philip wrote:Sir Ruff wrote:philip wrote:Nothing can beat 106...nothing
Bitexion wrote:I've owned both.
A D-50 is like having 4 individual 1 oscillator polysynths under the same hood. Each part can do it's own thing, be it playing a filtered "analog" waveform, or play a PCM sample (can't filter the samples for some reason). The samples range from small attack portions of real instruments like the "chiff" of a brass instrument, that you can layer with a subtractive synthesized brass sound to make it sound more realistic. There's also lots of various full waveform samples of hammond organ with various drawbar settings that you can mix together into really complex hammond sounds.
It's a super versatile and good sounding synth, but can be really hard to get into. The manual is actually helpful, kind of opposite to Roland's reputation of having useless user manuals. It also has a nice effects section that gives you your basic reverbs, delays (various time settings) and chorus.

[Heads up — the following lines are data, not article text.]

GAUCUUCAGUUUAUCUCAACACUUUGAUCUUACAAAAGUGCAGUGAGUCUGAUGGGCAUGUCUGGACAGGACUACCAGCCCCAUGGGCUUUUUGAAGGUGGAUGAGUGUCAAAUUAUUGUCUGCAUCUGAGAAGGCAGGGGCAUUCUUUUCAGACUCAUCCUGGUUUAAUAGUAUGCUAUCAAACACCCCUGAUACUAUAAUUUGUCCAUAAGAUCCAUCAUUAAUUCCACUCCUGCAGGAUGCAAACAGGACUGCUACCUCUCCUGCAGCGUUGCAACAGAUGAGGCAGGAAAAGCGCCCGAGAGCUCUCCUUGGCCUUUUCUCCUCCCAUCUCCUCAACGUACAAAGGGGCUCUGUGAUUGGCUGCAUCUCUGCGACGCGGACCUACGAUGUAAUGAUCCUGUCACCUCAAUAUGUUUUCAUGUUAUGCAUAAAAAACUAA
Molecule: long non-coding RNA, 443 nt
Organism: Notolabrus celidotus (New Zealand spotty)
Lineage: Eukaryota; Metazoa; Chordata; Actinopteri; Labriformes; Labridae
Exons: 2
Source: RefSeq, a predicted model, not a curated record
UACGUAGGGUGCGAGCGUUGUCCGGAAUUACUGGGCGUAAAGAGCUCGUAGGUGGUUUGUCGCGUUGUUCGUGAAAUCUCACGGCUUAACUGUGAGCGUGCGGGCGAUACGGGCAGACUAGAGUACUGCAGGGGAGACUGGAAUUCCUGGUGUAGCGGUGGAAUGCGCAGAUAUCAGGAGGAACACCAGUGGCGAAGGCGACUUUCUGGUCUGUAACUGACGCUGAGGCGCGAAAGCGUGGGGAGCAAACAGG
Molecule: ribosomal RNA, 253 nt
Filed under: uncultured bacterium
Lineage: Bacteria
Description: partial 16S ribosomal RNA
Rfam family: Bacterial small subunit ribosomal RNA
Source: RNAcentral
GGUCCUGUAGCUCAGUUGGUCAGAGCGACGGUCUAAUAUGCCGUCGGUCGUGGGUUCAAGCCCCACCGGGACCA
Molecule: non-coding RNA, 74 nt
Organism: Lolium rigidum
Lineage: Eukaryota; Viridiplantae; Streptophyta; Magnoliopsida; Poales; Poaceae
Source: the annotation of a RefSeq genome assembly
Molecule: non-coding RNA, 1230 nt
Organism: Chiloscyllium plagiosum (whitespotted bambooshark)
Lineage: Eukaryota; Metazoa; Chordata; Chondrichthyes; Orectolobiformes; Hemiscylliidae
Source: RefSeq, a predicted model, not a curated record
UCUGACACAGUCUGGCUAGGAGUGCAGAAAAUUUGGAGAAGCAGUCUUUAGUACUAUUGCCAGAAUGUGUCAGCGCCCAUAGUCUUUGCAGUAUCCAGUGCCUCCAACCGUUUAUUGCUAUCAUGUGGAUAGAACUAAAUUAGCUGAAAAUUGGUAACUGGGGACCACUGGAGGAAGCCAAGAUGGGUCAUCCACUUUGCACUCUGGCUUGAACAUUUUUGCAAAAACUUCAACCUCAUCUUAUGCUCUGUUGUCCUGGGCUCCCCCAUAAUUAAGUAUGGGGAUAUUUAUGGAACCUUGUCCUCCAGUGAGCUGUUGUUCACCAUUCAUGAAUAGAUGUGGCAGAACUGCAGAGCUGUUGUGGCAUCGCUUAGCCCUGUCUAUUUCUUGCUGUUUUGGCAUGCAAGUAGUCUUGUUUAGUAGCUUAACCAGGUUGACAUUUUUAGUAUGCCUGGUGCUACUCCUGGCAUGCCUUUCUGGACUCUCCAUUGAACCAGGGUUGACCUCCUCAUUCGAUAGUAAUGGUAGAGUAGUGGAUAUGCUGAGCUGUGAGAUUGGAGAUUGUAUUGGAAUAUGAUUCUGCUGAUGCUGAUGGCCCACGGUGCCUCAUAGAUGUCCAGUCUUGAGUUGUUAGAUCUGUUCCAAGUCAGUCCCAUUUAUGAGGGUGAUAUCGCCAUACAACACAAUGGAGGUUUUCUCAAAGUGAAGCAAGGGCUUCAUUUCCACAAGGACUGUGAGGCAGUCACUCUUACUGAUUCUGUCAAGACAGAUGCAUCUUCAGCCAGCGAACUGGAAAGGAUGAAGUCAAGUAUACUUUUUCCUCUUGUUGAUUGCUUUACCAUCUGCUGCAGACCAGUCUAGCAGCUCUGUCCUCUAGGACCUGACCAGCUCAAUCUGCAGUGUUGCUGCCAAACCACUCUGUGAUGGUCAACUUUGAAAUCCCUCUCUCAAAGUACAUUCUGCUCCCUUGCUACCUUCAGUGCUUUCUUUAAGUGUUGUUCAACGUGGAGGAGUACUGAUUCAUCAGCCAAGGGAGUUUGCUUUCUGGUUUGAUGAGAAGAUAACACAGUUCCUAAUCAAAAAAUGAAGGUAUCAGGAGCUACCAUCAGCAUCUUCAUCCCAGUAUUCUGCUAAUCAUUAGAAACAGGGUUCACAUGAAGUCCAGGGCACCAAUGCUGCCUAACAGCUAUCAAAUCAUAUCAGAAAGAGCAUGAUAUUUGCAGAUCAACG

The Juno is very hands-on and almost impossible to make a bad sound with. But it is quite limited since it doesn't have a ton of synth features, like just one oscillator, shared filter/amp envelope. You can mix together the saw and pulse waveforms though. Plus a very useful suboscillator that can add serious weight to a strings sound. The whole synth is a huge sweet spot basically, with or without the chorus enabled. When you set the suboscillator at a certain spot, the sawtooth turns into something like an "uber sawtooth" one octave lower, it drowns out the original waveform, seriosly thick sound. The subosc is really a square wave, but when they're mixed just right it sounds like a very thick sawtooth one octave lower than the original note.
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